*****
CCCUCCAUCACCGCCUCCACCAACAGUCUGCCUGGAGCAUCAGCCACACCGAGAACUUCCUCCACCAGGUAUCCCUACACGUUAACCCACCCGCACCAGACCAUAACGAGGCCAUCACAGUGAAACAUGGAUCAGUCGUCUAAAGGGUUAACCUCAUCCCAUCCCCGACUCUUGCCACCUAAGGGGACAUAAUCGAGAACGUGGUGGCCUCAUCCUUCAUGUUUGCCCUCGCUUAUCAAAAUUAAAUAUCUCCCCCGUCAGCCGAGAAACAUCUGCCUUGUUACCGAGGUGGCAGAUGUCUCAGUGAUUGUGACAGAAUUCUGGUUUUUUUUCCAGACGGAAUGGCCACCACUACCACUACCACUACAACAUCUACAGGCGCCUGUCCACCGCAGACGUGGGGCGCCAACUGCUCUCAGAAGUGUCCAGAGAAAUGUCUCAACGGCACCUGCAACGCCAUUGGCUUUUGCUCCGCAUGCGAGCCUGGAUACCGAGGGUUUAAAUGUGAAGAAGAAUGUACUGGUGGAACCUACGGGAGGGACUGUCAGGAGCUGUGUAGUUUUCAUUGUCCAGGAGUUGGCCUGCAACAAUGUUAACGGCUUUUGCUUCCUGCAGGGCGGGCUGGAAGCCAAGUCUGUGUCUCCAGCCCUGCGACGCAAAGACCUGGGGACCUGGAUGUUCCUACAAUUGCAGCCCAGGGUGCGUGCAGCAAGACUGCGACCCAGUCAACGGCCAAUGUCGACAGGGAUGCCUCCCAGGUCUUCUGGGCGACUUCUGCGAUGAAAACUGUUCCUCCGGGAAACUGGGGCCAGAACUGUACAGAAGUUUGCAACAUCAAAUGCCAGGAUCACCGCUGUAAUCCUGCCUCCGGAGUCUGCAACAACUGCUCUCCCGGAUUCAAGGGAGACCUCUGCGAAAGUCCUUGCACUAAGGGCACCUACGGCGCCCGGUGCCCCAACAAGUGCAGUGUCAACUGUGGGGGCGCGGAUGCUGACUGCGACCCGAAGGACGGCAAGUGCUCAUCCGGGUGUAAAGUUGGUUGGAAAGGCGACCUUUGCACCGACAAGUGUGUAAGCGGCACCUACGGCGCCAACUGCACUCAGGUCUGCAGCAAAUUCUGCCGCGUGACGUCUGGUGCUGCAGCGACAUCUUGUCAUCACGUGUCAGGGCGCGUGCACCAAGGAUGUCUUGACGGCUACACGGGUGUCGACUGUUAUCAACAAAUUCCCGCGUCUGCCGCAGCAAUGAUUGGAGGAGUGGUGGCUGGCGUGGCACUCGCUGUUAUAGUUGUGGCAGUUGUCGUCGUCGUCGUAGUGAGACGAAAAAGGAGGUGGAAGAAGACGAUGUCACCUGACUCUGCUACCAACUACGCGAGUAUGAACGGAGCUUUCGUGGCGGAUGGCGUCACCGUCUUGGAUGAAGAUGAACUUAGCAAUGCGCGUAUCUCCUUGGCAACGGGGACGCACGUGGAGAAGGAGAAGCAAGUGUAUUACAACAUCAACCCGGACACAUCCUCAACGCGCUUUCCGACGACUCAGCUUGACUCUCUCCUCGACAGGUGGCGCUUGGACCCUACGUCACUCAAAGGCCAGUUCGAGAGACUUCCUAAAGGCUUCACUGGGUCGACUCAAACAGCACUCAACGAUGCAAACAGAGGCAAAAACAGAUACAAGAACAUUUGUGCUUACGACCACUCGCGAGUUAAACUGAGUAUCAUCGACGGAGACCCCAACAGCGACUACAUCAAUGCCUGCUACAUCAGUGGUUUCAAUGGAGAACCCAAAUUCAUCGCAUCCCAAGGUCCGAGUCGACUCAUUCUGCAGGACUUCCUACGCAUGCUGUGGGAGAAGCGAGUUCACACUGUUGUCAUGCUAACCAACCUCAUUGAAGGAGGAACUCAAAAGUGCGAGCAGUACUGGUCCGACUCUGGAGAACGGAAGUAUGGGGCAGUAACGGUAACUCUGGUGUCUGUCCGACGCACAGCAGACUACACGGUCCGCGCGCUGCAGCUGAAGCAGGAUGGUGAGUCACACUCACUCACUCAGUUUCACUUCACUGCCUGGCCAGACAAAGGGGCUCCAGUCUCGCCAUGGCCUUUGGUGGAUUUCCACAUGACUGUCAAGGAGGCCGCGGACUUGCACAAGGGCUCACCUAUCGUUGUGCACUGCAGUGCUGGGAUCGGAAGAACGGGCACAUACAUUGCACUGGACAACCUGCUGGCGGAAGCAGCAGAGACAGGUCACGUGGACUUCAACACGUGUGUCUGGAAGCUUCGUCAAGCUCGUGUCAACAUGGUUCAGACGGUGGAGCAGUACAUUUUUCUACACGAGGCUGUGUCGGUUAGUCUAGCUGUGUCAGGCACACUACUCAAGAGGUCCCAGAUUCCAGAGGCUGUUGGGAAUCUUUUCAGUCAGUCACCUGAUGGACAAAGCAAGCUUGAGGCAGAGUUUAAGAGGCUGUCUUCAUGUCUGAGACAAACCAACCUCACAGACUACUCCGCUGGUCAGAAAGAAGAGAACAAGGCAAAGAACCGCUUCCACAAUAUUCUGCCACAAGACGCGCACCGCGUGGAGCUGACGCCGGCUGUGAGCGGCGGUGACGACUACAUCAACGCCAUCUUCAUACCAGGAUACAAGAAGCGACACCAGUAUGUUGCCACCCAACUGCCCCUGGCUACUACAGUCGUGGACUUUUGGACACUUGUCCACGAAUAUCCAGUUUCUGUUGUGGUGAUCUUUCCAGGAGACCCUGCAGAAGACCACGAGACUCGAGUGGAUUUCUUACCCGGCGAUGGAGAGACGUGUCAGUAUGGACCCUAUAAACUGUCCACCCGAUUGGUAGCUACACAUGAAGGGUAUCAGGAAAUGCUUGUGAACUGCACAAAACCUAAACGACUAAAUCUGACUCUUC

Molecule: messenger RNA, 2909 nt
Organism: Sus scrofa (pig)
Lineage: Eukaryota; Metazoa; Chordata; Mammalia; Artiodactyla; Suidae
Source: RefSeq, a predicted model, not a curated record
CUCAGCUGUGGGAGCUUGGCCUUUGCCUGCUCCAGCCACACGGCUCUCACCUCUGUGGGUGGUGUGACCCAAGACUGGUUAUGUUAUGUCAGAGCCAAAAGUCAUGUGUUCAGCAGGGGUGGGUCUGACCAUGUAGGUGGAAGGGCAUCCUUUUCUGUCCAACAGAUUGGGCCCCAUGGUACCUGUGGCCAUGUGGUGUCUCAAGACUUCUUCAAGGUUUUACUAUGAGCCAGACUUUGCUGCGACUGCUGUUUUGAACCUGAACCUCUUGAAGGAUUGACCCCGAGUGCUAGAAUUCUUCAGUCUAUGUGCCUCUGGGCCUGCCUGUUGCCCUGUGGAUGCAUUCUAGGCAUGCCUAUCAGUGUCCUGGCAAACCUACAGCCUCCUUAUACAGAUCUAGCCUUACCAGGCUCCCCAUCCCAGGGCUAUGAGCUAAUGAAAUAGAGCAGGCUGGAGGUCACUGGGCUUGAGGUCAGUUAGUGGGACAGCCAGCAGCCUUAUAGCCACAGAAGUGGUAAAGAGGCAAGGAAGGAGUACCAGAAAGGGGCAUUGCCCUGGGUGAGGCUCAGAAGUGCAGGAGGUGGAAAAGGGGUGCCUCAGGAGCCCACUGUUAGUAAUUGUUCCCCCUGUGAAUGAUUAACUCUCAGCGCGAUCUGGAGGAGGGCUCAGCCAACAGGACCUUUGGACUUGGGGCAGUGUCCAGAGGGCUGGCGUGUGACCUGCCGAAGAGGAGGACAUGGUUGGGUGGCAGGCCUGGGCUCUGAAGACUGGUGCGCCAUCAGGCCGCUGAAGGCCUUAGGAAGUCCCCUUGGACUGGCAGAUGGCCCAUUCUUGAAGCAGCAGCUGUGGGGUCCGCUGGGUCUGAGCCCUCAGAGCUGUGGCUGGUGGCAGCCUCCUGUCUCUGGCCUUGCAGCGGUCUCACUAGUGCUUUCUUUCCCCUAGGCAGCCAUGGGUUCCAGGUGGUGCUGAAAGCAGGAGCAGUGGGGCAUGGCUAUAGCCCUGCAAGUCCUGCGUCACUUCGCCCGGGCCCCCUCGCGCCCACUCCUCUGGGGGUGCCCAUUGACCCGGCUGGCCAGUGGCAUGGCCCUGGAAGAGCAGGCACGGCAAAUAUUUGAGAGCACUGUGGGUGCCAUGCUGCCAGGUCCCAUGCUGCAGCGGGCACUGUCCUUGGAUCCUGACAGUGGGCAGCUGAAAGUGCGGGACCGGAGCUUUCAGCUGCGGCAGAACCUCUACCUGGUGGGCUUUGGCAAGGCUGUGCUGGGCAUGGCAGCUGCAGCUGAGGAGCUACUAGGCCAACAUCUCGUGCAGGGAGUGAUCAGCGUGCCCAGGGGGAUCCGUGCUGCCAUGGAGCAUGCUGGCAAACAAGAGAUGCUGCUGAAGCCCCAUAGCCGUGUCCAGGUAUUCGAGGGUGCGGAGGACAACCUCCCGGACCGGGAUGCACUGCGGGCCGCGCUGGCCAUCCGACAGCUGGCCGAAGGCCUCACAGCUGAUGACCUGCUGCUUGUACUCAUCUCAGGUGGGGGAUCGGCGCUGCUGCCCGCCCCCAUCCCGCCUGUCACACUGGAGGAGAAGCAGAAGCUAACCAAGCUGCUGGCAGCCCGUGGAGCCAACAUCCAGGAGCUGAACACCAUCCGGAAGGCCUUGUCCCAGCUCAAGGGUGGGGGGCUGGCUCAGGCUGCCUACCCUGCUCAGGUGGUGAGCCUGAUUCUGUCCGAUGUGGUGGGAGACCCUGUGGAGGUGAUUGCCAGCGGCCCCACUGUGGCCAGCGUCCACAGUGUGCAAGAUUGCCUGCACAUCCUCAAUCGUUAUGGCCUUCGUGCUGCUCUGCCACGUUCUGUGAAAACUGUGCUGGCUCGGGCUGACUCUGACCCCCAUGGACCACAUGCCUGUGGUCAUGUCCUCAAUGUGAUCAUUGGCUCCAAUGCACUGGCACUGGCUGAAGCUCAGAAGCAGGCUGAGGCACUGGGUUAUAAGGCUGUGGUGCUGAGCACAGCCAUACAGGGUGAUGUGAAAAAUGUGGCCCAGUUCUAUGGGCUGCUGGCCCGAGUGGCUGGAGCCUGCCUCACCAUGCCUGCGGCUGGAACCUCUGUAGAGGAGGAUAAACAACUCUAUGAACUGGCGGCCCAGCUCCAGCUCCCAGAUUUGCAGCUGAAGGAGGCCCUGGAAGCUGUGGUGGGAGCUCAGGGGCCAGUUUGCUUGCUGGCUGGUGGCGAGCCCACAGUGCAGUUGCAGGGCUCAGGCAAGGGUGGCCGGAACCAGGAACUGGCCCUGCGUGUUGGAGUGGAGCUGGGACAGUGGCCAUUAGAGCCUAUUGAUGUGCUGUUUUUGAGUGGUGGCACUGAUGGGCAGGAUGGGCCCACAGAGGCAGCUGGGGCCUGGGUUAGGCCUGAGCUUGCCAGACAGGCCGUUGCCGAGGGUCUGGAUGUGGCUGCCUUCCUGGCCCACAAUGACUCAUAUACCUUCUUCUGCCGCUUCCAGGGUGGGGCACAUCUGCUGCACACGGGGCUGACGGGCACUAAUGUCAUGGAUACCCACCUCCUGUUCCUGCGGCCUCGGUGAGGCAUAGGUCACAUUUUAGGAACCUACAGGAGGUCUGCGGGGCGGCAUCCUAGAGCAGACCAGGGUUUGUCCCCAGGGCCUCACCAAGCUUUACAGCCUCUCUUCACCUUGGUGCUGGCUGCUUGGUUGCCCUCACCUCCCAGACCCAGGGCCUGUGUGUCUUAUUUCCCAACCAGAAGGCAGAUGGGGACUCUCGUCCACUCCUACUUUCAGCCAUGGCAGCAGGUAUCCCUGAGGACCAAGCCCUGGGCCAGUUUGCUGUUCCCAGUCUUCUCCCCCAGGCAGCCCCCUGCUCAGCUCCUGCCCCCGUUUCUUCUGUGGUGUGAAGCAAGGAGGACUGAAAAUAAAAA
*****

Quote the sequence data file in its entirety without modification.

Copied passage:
CCCUCCAUCACCGCCUCCACCAACAGUCUGCCUGGAGCAUCAGCCACACCGAGAACUUCCUCCACCAGGUAUCCCUACACGUUAACCCACCCGCACCAGACCAUAACGAGGCCAUCACAGUGAAACAUGGAUCAGUCGUCUAAAGGGUUAACCUCAUCCCAUCCCCGACUCUUGCCACCUAAGGGGACAUAAUCGAGAACGUGGUGGCCUCAUCCUUCAUGUUUGCCCUCGCUUAUCAAAAUUAAAUAUCUCCCCCGUCAGCCGAGAAACAUCUGCCUUGUUACCGAGGUGGCAGAUGUCUCAGUGAUUGUGACAGAAUUCUGGUUUUUUUUCCAGACGGAAUGGCCACCACUACCACUACCACUACAACAUCUACAGGCGCCUGUCCACCGCAGACGUGGGGCGCCAACUGCUCUCAGAAGUGUCCAGAGAAAUGUCUCAACGGCACCUGCAACGCCAUUGGCUUUUGCUCCGCAUGCGAGCCUGGAUACCGAGGGUUUAAAUGUGAAGAAGAAUGUACUGGUGGAACCUACGGGAGGGACUGUCAGGAGCUGUGUAGUUUUCAUUGUCCAGGAGUUGGCCUGCAACAAUGUUAACGGCUUUUGCUUCCUGCAGGGCGGGCUGGAAGCCAAGUCUGUGUCUCCAGCCCUGCGACGCAAAGACCUGGGGACCUGGAUGUUCCUACAAUUGCAGCCCAGGGUGCGUGCAGCAAGACUGCGACCCAGUCAACGGCCAAUGUCGACAGGGAUGCCUCCCAGGUCUUCUGGGCGACUUCUGCGAUGAAAACUGUUCCUCCGGGAAACUGGGGCCAGAACUGUACAGAAGUUUGCAACAUCAAAUGCCAGGAUCACCGCUGUAAUCCUGCCUCCGGAGUCUGCAACAACUGCUCUCCCGGAUUCAAGGGAGACCUCUGCGAAAGUCCUUGCACUAAGGGCACCUACGGCGCCCGGUGCCCCAACAAGUGCAGUGUCAACUGUGGGGGCGCGGAUGCUGACUGCGACCCGAAGGACGGCAAGUGCUCAUCCGGGUGUAAAGUUGGUUGGAAAGGCGACCUUUGCACCGACAAGUGUGUAAGCGGCACCUACGGCGCCAACUGCACUCAGGUCUGCAGCAAAUUCUGCCGCGUGACGUCUGGUGCUGCAGCGACAUCUUGUCAUCACGUGUCAGGGCGCGUGCACCAAGGAUGUCUUGACGGCUACACGGGUGUCGACUGUUAUCAACAAAUUCCCGCGUCUGCCGCAGCAAUGAUUGGAGGAGUGGUGGCUGGCGUGGCACUCGCUGUUAUAGUUGUGGCAGUUGUCGUCGUCGUCGUAGUGAGACGAAAAAGGAGGUGGAAGAAGACGAUGUCACCUGACUCUGCUACCAACUACGCGAGUAUGAACGGAGCUUUCGUGGCGGAUGGCGUCACCGUCUUGGAUGAAGAUGAACUUAGCAAUGCGCGUAUCUCCUUGGCAACGGGGACGCACGUGGAGAAGGAGAAGCAAGUGUAUUACAACAUCAACCCGGACACAUCCUCAACGCGCUUUCCGACGACUCAGCUUGACUCUCUCCUCGACAGGUGGCGCUUGGACCCUACGUCACUCAAAGGCCAGUUCGAGAGACUUCCUAAAGGCUUCACUGGGUCGACUCAAACAGCACUCAACGAUGCAAACAGAGGCAAAAACAGAUACAAGAACAUUUGUGCUUACGACCACUCGCGAGUUAAACUGAGUAUCAUCGACGGAGACCCCAACAGCGACUACAUCAAUGCCUGCUACAUCAGUGGUUUCAAUGGAGAACCCAAAUUCAUCGCAUCCCAAGGUCCGAGUCGACUCAUUCUGCAGGACUUCCUACGCAUGCUGUGGGAGAAGCGAGUUCACACUGUUGUCAUGCUAACCAACCUCAUUGAAGGAGGAACUCAAAAGUGCGAGCAGUACUGGUCCGACUCUGGAGAACGGAAGUAUGGGGCAGUAACGGUAACUCUGGUGUCUGUCCGACGCACAGCAGACUACACGGUCCGCGCGCUGCAGCUGAAGCAGGAUGGUGAGUCACACUCACUCACUCAGUUUCACUUCACUGCCUGGCCAGACAAAGGGGCUCCAGUCUCGCCAUGGCCUUUGGUGGAUUUCCACAUGACUGUCAAGGAGGCCGCGGACUUGCACAAGGGCUCACCUAUCGUUGUGCACUGCAGUGCUGGGAUCGGAAGAACGGGCACAUACAUUGCACUGGACAACCUGCUGGCGGAAGCAGCAGAGACAGGUCACGUGGACUUCAACACGUGUGUCUGGAAGCUUCGUCAAGCUCGUGUCAACAUGGUUCAGACGGUGGAGCAGUACAUUUUUCUACACGAGGCUGUGUCGGUUAGUCUAGCUGUGUCAGGCACACUACUCAAGAGGUCCCAGAUUCCAGAGGCUGUUGGGAAUCUUUUCAGUCAGUCACCUGAUGGACAAAGCAAGCUUGAGGCAGAGUUUAAGAGGCUGUCUUCAUGUCUGAGACAAACCAACCUCACAGACUACUCCGCUGGUCAGAAAGAAGAGAACAAGGCAAAGAACCGCUUCCACAAUAUUCUGCCACAAGACGCGCACCGCGUGGAGCUGACGCCGGCUGUGAGCGGCGGUGACGACUACAUCAACGCCAUCUUCAUACCAGGAUACAAGAAGCGACACCAGUAUGUUGCCACCCAACUGCCCCUGGCUACUACAGUCGUGGACUUUUGGACACUUGUCCACGAAUAUCCAGUUUCUGUUGUGGUGAUCUUUCCAGGAGACCCUGCAGAAGACCACGAGACUCGAGUGGAUUUCUUACCCGGCGAUGGAGAGACGUGUCAGUAUGGACCCUAUAAACUGUCCACCCGAUUGGUAGCUACACAUGAAGGGUAUCAGGAAAUGCUUGUGAACUGCACAAAACCUAAACGACUAAAUCUGACUCUUC

Molecule: messenger RNA, 2909 nt
Organism: Sus scrofa (pig)
Lineage: Eukaryota; Metazoa; Chordata; Mammalia; Artiodactyla; Suidae
Source: RefSeq, a predicted model, not a curated record
CUCAGCUGUGGGAGCUUGGCCUUUGCCUGCUCCAGCCACACGGCUCUCACCUCUGUGGGUGGUGUGACCCAAGACUGGUUAUGUUAUGUCAGAGCCAAAAGUCAUGUGUUCAGCAGGGGUGGGUCUGACCAUGUAGGUGGAAGGGCAUCCUUUUCUGUCCAACAGAUUGGGCCCCAUGGUACCUGUGGCCAUGUGGUGUCUCAAGACUUCUUCAAGGUUUUACUAUGAGCCAGACUUUGCUGCGACUGCUGUUUUGAACCUGAACCUCUUGAAGGAUUGACCCCGAGUGCUAGAAUUCUUCAGUCUAUGUGCCUCUGGGCCUGCCUGUUGCCCUGUGGAUGCAUUCUAGGCAUGCCUAUCAGUGUCCUGGCAAACCUACAGCCUCCUUAUACAGAUCUAGCCUUACCAGGCUCCCCAUCCCAGGGCUAUGAGCUAAUGAAAUAGAGCAGGCUGGAGGUCACUGGGCUUGAGGUCAGUUAGUGGGACAGCCAGCAGCCUUAUAGCCACAGAAGUGGUAAAGAGGCAAGGAAGGAGUACCAGAAAGGGGCAUUGCCCUGGGUGAGGCUCAGAAGUGCAGGAGGUGGAAAAGGGGUGCCUCAGGAGCCCACUGUUAGUAAUUGUUCCCCCUGUGAAUGAUUAACUCUCAGCGCGAUCUGGAGGAGGGCUCAGCCAACAGGACCUUUGGACUUGGGGCAGUGUCCAGAGGGCUGGCGUGUGACCUGCCGAAGAGGAGGACAUGGUUGGGUGGCAGGCCUGGGCUCUGAAGACUGGUGCGCCAUCAGGCCGCUGAAGGCCUUAGGAAGUCCCCUUGGACUGGCAGAUGGCCCAUUCUUGAAGCAGCAGCUGUGGGGUCCGCUGGGUCUGAGCCCUCAGAGCUGUGGCUGGUGGCAGCCUCCUGUCUCUGGCCUUGCAGCGGUCUCACUAGUGCUUUCUUUCCCCUAGGCAGCCAUGGGUUCCAGGUGGUGCUGAAAGCAGGAGCAGUGGGGCAUGGCUAUAGCCCUGCAAGUCCUGCGUCACUUCGCCCGGGCCCCCUCGCGCCCACUCCUCUGGGGGUGCCCAUUGACCCGGCUGGCCAGUGGCAUGGCCCUGGAAGAGCAGGCACGGCAAAUAUUUGAGAGCACUGUGGGUGCCAUGCUGCCAGGUCCCAUGCUGCAGCGGGCACUGUCCUUGGAUCCUGACAGUGGGCAGCUGAAAGUGCGGGACCGGAGCUUUCAGCUGCGGCAGAACCUCUACCUGGUGGGCUUUGGCAAGGCUGUGCUGGGCAUGGCAGCUGCAGCUGAGGAGCUACUAGGCCAACAUCUCGUGCAGGGAGUGAUCAGCGUGCCCAGGGGGAUCCGUGCUGCCAUGGAGCAUGCUGGCAAACAAGAGAUGCUGCUGAAGCCCCAUAGCCGUGUCCAGGUAUUCGAGGGUGCGGAGGACAACCUCCCGGACCGGGAUGCACUGCGGGCCGCGCUGGCCAUCCGACAGCUGGCCGAAGGCCUCACAGCUGAUGACCUGCUGCUUGUACUCAUCUCAGGUGGGGGAUCGGCGCUGCUGCCCGCCCCCAUCCCGCCUGUCACACUGGAGGAGAAGCAGAAGCUAACCAAGCUGCUGGCAGCCCGUGGAGCCAACAUCCAGGAGCUGAACACCAUCCGGAAGGCCUUGUCCCAGCUCAAGGGUGGGGGGCUGGCUCAGGCUGCCUACCCUGCUCAGGUGGUGAGCCUGAUUCUGUCCGAUGUGGUGGGAGACCCUGUGGAGGUGAUUGCCAGCGGCCCCACUGUGGCCAGCGUCCACAGUGUGCAAGAUUGCCUGCACAUCCUCAAUCGUUAUGGCCUUCGUGCUGCUCUGCCACGUUCUGUGAAAACUGUGCUGGCUCGGGCUGACUCUGACCCCCAUGGACCACAUGCCUGUGGUCAUGUCCUCAAUGUGAUCAUUGGCUCCAAUGCACUGGCACUGGCUGAAGCUCAGAAGCAGGCUGAGGCACUGGGUUAUAAGGCUGUGGUGCUGAGCACAGCCAUACAGGGUGAUGUGAAAAAUGUGGCCCAGUUCUAUGGGCUGCUGGCCCGAGUGGCUGGAGCCUGCCUCACCAUGCCUGCGGCUGGAACCUCUGUAGAGGAGGAUAAACAACUCUAUGAACUGGCGGCCCAGCUCCAGCUCCCAGAUUUGCAGCUGAAGGAGGCCCUGGAAGCUGUGGUGGGAGCUCAGGGGCCAGUUUGCUUGCUGGCUGGUGGCGAGCCCACAGUGCAGUUGCAGGGCUCAGGCAAGGGUGGCCGGAACCAGGAACUGGCCCUGCGUGUUGGAGUGGAGCUGGGACAGUGGCCAUUAGAGCCUAUUGAUGUGCUGUUUUUGAGUGGUGGCACUGAUGGGCAGGAUGGGCCCACAGAGGCAGCUGGGGCCUGGGUUAGGCCUGAGCUUGCCAGACAGGCCGUUGCCGAGGGUCUGGAUGUGGCUGCCUUCCUGGCCCACAAUGACUCAUAUACCUUCUUCUGCCGCUUCCAGGGUGGGGCACAUCUGCUGCACACGGGGCUGACGGGCACUAAUGUCAUGGAUACCCACCUCCUGUUCCUGCGGCCUCGGUGAGGCAUAGGUCACAUUUUAGGAACCUACAGGAGGUCUGCGGGGCGGCAUCCUAGAGCAGACCAGGGUUUGUCCCCAGGGCCUCACCAAGCUUUACAGCCUCUCUUCACCUUGGUGCUGGCUGCUUGGUUGCCCUCACCUCCCAGACCCAGGGCCUGUGUGUCUUAUUUCCCAACCAGAAGGCAGAUGGGGACUCUCGUCCACUCCUACUUUCAGCCAUGGCAGCAGGUAUCCCUGAGGACCAAGCCCUGGGCCAGUUUGCUGUUCCCAGUCUUCUCCCCCAGGCAGCCCCCUGCUCAGCUCCUGCCCCCGUUUCUUCUGUGGUGUGAAGCAAGGAGGACUGAAAAUAAAAA